In 1984, CIPFA’s computer services division was launched, with just a couple of people on the payroll. Three years later, with 33 people working for the division, Aldridge launched a £330,,000 management buyout, backed by 3i. By 1991, Capita had increased its head count tenfold, and reached a turnover of £25m. It listed as a public company on the London stock exchange, two years after an initial public offering on the unlisted securities market.
From there, it gathered steam, reaching a turnover of £112 million in 1996, with a 3,500-person head count. During that year, it scooped an outsourcing contract with the Teachers’ Pensions Agency, and began a Recruitment and Assessment service for the government.
Two years later, turnover had more than doubled to £238 million, with pre-tax profits of £27.1 million. Head count had grown to 5,000 people and it continued to scoop up more contracts, including a payroll and pension service for the Metropolitan Police, and an outsourced human resources contract for Westminster City Council.
The company also began scoring contracts with central government during the early nineties, which helped to bolster its revenues. Over the years, it has netted contracts including a multi-channel BBC Information Centre, The Criminal Records Bureau, the Health and Safety Executive and, more recently, the DVLA, with which it landed a five-year, £100m contract to manage vehicle tax and insurance evasion. As New Labour continued the Thatcherite tradition of farming out public sector functions to more efficient private sector organisations, Capita cashed in.
Controversies along the way
But things haven’t all been rosy for Capita (which declined to participate in this profile), or for all of its clients. For example, in 2001 the London Borough of Lambeth severed a £48m contract with Capita, claiming that its benefits service had deteriorated after the company took it over in 1997. Problems peaked in 2000, when it faced 55,000 outstanding queries, and the quality of the service was deemed unacceptable by the council, leading to the canceling of the contract three years before its expiry date.
There were other controversies, too. In 2003, when Ken Livingstone was the Mayor of London, he admitted that he had come close to sacking Capita over its operation ofLondon’s congestion charge scheme. The company renegotiated the contract, agreeing to tighter performance targets, in exchange for another £31 million in revenues over four years.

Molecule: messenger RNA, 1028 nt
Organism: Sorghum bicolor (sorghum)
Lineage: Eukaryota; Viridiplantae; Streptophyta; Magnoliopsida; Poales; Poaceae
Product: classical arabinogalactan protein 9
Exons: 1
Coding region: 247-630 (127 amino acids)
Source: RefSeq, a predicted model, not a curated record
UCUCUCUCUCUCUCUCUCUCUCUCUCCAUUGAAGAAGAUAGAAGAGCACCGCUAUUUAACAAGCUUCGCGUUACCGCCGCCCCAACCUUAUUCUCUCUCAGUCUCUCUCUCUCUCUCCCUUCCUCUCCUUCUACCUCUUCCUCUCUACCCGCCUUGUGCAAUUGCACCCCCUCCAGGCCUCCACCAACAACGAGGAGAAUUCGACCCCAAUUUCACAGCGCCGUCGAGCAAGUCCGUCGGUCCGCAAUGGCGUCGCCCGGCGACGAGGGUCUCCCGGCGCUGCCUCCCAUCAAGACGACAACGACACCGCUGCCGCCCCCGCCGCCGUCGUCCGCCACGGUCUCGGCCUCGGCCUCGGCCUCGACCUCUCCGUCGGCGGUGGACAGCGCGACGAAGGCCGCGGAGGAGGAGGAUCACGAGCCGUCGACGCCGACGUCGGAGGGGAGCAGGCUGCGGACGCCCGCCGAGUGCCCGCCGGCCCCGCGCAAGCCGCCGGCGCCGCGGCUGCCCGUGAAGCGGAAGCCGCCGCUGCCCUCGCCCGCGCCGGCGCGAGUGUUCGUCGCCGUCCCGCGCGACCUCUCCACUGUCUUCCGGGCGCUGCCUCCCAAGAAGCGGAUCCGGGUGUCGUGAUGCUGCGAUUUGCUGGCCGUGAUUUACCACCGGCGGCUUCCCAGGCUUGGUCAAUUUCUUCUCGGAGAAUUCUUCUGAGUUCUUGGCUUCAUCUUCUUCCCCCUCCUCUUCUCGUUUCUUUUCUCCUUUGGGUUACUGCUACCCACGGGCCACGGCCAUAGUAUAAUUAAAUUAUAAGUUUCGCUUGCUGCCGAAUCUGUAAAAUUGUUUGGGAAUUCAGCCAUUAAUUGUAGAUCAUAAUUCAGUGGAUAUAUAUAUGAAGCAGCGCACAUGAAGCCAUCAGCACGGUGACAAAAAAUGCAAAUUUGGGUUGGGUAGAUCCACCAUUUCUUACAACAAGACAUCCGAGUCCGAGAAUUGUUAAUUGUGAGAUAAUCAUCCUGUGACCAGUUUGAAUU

The Criminal Records Bureau contract was also beset by problems. Capita proved itself unable to administer the completion of criminal records checks for teachers on time, which caused problems for schools in the autumn of 2002. The contract was once again revised and revenues renegotiated. Capita incurred penalty charges for that one.
In 2007, Capita lost a contract with Blackburn with Darwen Council, originally agreed in 2001. One Labour leader at the time said: “I was unhappy with the service, but under the contract we had to wait about five years before we could do anything. We didn’t feel we were getting particularly good value for money.”
In other contracts, Capita was found to have directly contributed to clients’ maladministration in the Individual Learning Accounts (ILA) contact. The ILA scheme was implemented in 2000 and abruptly pulled in 2001, after fraudulent activity was discovered. Credentials for individuals to access the scheme were being openly traded by both individual crooks and corrupt service providers, and used to cash out the accounts. People were still being prosecuted for fraud as late as seven years after the ILA debacle.
Longevity in public sector BPO
These gaffes among others earned the outsourcing company the informal name “Crapita” in irreverent publications such as Private Eye and The Register. And yet still, profits and revenues have soared. Its underlying profit before tax last year stood at £364m – up 12% year on year – on turnover up 2% at £2.75bn.
The BPO market has stood the firm in good stead over the years, thanks in part to an outsourcing frenzy in its core UK public sector market. In a report commissioned by Capita, IDC describes a £7.8bn market in the UK for business process outsourcing, and said that Capita had 23% of it (the same market share that it had in 2009). IDC estimated a total annual market potential of £117bn, indicating opportunities for growth.
But with the freeze of UK public sector spending, Capita is feeling the pinch. “In 2010, we faced a slowdown in decisions on major outsourcing contracts, lower additional spend by existing clients and reduced activity in some of our transactional trading operations due to constraints on public spending,” it said in its annual report.
4. FOI request to WCBC:
22 February 2014
Under the FOIA, I would like to make the following request:
1. A copy of the Stage 1 report by Capita and The Sports
Consultancy into the council’s leisure services.
2. All correspondence, electronic and otherwise, plus notes of
meetings held between officers of WCBC and Capita plus internal
communications between May 2012 and December 2013
3. All correspondence, electronic and otherwise, plus notes of
meetings held between officers of WCBC and The Sports Consultancy
plus internal communications between May 2012 and December 2013
4. All correspondence and notes relating to the proposed new build
leisure centre in Wrexham town centre (both with external
consultants and internally)between May 2012 and November 2013.
5. Details of tenders for the leisure review – including where they
were advertised, how many applicants and their perameters?
5. A list of the meetings between WCBC and The Sports Consultancy
and/or Capita between May 2012 and November 2013. Detail those
6. Details of the involvement of elected members in any
negotiations with Capita and/or The Sports Consultancy.